pax \ Ctein
[ Please excuse any word-salad. MacSpeech in training! ]
-- Ctein's Online Gallery http://ctein.com 
-- Digital Restorations http://photo-repair.com 

Right on. That's why I respect Lem so much among SF writers. He seems to get that alien intelligence would be so alien that it would most likely be incomprehensible to us. Also that the environment of space is so distractingly alien and hostile in and of itself that it would severely compromise our perceptions of, and interactions with, human beings, let alone anything alien that we might encounter in it or through it.

But I have to chime in with others who have pointed out that most of your so-called species-specific traits seem not at all species-specific, except in terms of refinement and abstraction. There is a reason that packrat-ism is named after a certain rodent, for example.

With things like commerce, though, especially trading in debt (as in legal tender and derivatives), I can think of no correlates in other species.

Slightly off-topic, but seeing how has been mentioned, I thought I'd throw it into the mix "If horses have gods, then they probably look like horses"

There is a simple answer to Mr. Fermi:

They are gone or better at least their signals are gone! What lies at the heart of the assumption is that an intelligent civilisation is an endless (or open ended) affair that keeps chattering in UHF bands. Well in my book it is not. We are able to send signals into outaspace since the nineteen thirties, but wether that ability is infinite, I wonder. On the up side, we do much more using cable as we speak, on the down side, our society is based on cheap oil which (tar sands or no tar sands) will be a finite resource. So people like James Howard Kunstler predict that the end of our technological civilisation is just around the corner. So I guess on the up side or on the down side, there is a window of about 100 years in which a civilisation anounces it's precense to the universe by means of UHF radio signals. Then either the technological society will have failed into a "World made by hand" or "Internet/cable technology" scenario and fall silent to the outside world. And if a technological society would adopt deep space travel, radio messages, well narrow beamed and pointless (lightspeed is rather slow compared to the vastness of the universe which is known to be a really, really big place (c) Douglas Adams).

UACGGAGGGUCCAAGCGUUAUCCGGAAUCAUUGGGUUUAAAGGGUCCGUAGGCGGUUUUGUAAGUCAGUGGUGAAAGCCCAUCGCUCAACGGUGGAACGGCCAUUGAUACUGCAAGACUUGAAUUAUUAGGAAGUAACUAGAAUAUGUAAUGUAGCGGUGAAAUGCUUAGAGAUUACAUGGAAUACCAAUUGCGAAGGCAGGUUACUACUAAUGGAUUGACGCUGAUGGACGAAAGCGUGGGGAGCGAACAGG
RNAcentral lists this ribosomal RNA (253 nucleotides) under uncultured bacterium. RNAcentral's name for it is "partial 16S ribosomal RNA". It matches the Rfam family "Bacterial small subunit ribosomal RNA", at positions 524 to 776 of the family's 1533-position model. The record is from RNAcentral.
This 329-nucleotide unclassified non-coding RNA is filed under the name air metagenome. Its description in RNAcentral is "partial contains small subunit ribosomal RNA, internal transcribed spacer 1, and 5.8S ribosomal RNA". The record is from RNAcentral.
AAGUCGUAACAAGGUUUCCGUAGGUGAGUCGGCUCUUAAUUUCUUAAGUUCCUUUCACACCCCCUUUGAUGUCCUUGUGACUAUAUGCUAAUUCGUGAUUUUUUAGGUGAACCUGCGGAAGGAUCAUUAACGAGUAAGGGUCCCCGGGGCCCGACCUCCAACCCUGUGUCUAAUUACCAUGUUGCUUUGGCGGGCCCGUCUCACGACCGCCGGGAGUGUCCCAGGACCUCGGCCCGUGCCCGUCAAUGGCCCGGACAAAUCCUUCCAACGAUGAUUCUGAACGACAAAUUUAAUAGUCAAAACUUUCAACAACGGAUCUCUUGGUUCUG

Greetings, Ed

Religion is a group-reinforcing concept

Oh, yes. But that comes later. I was talking about Ctein's religious impulse, which I — supposedly Ctein, too — consider a presupposition for religion.

Animals don't wonder where it all came from, it simply is. The question of origins apparently arises only when you add intellectual curiosity in the mix.

Pets, well, still don't have a real idea. (Please, people, don't confuse "pets" with "domesticated animals" for all that an animal has to be domesticated or at least tamed first in order to be a pet.) Maybe it's a function of our gregariousness. Maybe it's a need for "nature" in us. Maybe it's a form of one of the biological impulses. I don't know.

BTW, I have recently read an interesting article that said the wolves more or less started domesticating themselves. It's only after that we took a more active role in creating the dogs.

There might well be intelligent 'life' out there, looking for other 'intelligent' life...they've seen us, and decided that they need to keep on looking.

A Dias,

"Is this a photography site or a 'cheap' philosophical blog?"

Do the two not overlap?